OPINION: Abbott picks his fights, and loves, on the basis of the enemies he will enrage. This time his decision to love coal mining has enraged key sections of the National Party.
As the coal price continues to fall, the financial case for building the enormous Shenhua coal mine seems, to put it politely, unclear. And as policymakers struggle with what we might export post-mining boom, the economic case for building an enormous new coal mine on prime agricultural land seems even more, shall we say, unclear.
When governments make strange decisions there is usually a political motive; think Tony Abbott offering $16 million of taxpayers' money to Cadbury to "encourage tourism" in a marginal seat.
But when it comes to the Shenhua coal mine in NSW's Upper Hunter not even the local member, Barnaby Joyce, thinks it's a vote winner.
It gets worse. Not only is the disgruntled local MP the Minister for Agriculture, he's also the Deputy Leader of the Nationals. And not since John Howard took machine guns off farmers has an issue upset the Nationals' voter base as much as building coal mines and coal seam gas wells on farmland.
So what on earth is the government doing? Has the world gone mad? Surprising as it may seem, Abbott is simply fighting for something he is passionate about.
Contrary to popular belief, many politicians think that there are more important things in life than winning votes. Keating believed that privatisation was worth fighting his base for. Howard lost a federal election fighting for Work Choices. And Tony Abbott will fight to his last backbencher for the coal industry.
In the same year his government cut funding for medical research and foreign aid, Abbott declared that coal is "good for humanity".
Once a visible sceptic of climate science, our Prime Minister now soft-pedals on his criticism of the scientists, but pedals hard when it comes to shifting taxpayers' dollars towards the coal miners.
Having been elected on a promise to scrap the carbon tax and the mining tax, he recently created a $5 billion "northern development bank" to fund uneconomic infrastructure in Northern Australia.
When asked why his allegedly "small government" party was setting up a bank, Joe Hockey assured us that loans would only be made to unviable projects. Phew.
This week the government launched a new attack on popular renewable energy. Not content to simply cut the renewable energy target, Abbott is now demanding that the Clean Energy Finance Corporation stop financing wind and solar, which just happen to be the cheapest forms of clean energy. That should help the budget.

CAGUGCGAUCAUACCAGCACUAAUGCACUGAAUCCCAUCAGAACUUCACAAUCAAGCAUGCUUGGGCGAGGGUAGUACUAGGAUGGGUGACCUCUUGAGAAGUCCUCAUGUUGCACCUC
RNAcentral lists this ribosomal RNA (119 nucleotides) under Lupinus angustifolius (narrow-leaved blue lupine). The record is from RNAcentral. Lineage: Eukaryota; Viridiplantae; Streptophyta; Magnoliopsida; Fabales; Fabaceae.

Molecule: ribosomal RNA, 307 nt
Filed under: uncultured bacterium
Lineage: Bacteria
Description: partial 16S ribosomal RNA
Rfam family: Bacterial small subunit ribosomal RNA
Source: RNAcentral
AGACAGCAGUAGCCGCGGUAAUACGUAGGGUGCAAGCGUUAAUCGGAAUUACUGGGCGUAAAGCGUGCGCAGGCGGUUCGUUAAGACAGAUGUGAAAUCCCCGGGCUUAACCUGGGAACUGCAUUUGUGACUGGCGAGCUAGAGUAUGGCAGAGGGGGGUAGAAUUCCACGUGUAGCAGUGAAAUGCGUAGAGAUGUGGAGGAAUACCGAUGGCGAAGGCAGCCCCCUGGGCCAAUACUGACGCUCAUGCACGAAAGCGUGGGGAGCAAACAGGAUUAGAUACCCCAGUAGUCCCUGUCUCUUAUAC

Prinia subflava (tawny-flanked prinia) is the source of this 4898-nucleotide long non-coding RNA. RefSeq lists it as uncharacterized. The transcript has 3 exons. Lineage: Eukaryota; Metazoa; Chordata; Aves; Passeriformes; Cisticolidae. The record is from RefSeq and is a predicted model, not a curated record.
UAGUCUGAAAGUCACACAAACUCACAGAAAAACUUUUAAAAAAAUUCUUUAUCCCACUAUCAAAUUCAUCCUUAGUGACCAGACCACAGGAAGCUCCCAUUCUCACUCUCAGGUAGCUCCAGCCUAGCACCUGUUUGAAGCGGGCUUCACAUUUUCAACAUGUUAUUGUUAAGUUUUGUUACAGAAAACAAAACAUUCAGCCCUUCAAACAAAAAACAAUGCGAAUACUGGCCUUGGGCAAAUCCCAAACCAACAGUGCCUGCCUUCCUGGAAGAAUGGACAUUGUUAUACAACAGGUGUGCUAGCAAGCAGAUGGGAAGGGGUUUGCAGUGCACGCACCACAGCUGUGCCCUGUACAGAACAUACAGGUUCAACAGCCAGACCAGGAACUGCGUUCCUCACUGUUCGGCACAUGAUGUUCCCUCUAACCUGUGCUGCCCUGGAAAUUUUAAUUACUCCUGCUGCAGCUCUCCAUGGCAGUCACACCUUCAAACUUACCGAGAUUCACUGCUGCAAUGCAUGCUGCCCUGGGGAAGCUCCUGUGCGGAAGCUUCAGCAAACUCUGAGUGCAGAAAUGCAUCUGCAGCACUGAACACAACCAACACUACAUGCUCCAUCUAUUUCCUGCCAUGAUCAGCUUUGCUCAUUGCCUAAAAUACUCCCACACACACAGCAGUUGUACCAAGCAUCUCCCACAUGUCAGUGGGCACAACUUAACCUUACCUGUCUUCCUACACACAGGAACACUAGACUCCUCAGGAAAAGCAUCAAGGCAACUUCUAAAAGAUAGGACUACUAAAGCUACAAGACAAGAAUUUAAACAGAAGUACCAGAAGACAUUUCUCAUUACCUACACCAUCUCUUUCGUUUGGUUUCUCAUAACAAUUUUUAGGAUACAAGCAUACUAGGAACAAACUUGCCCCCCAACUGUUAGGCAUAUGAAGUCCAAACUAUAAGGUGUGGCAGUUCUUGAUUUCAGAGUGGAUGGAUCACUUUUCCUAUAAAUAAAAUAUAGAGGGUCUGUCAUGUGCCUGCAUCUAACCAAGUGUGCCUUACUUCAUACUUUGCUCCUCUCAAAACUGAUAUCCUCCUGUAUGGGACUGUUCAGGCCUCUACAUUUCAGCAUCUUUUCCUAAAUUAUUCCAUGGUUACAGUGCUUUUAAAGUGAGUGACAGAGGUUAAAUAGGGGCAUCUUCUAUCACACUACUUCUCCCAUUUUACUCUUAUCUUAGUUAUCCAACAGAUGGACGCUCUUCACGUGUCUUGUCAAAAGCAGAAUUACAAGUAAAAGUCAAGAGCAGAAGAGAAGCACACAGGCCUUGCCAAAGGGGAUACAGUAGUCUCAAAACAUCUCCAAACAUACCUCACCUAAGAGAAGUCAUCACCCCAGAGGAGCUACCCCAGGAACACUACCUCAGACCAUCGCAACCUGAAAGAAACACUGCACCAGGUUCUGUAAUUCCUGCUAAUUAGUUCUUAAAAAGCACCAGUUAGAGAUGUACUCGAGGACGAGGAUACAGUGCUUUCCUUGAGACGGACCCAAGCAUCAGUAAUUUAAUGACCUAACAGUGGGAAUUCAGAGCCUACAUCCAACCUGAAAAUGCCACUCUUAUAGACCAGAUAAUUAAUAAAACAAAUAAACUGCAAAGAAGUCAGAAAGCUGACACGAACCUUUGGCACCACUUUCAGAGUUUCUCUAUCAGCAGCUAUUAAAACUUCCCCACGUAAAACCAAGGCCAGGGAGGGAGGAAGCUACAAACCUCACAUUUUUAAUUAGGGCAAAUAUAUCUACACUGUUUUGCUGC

Tony Abbott picks issues on the basis of the enemies he will enrage rather than on the problems he will solve. He knew the reintroduction of knights and dames would outrage the voters who prefer Turnbull to himself. He knew attacking Q&A would fire up inner-city voters. And he knows there is no better way to bait greenies than to declare that coal is good for humanity. The PM is reminding his base that he is still their conservative hero even if he won't touch industrial relations or tax reform.
Barnaby is just collateral damage in Abbott's battle to define himself via his fights. Like the 26 Coalition MPs who lost their seats in 2007 fighting for Work Choices, Joyce now has the thankless task of explaining to his voters why coal is not just good for humanity, but for their health and their agricultural wealth. It seems Tony Windsor might even run against Barnaby for his old seat again. Ouch.
You can't become prime minister if you're not interested in politics. And you can't achieve anything as prime minister if you are only interested in politics. Abbott's world view of goodies and baddies has helped him define himself and his party. But the lines in the sand he is so fond of drawing have now cut him off not just from his own coalition partner, but from economics, science and the leaders of the world's largest economies.
The G7 recently stated their intention to phase out their reliance on fossil fuels. Presumably Abbott thinks they are opposed to humanity.
There is no doubt Abbott will go down fighting. The only question is whether that fight will be with his party, the electorate, or the tide of world opinion. Abbott is willing to fight on a point of principle, no matter how much it hurts his coalition partner.
Anyone who says politics is all about opinion polls isn't watching closely enough.
Richard Denniss is chief economist at The Australia Institute.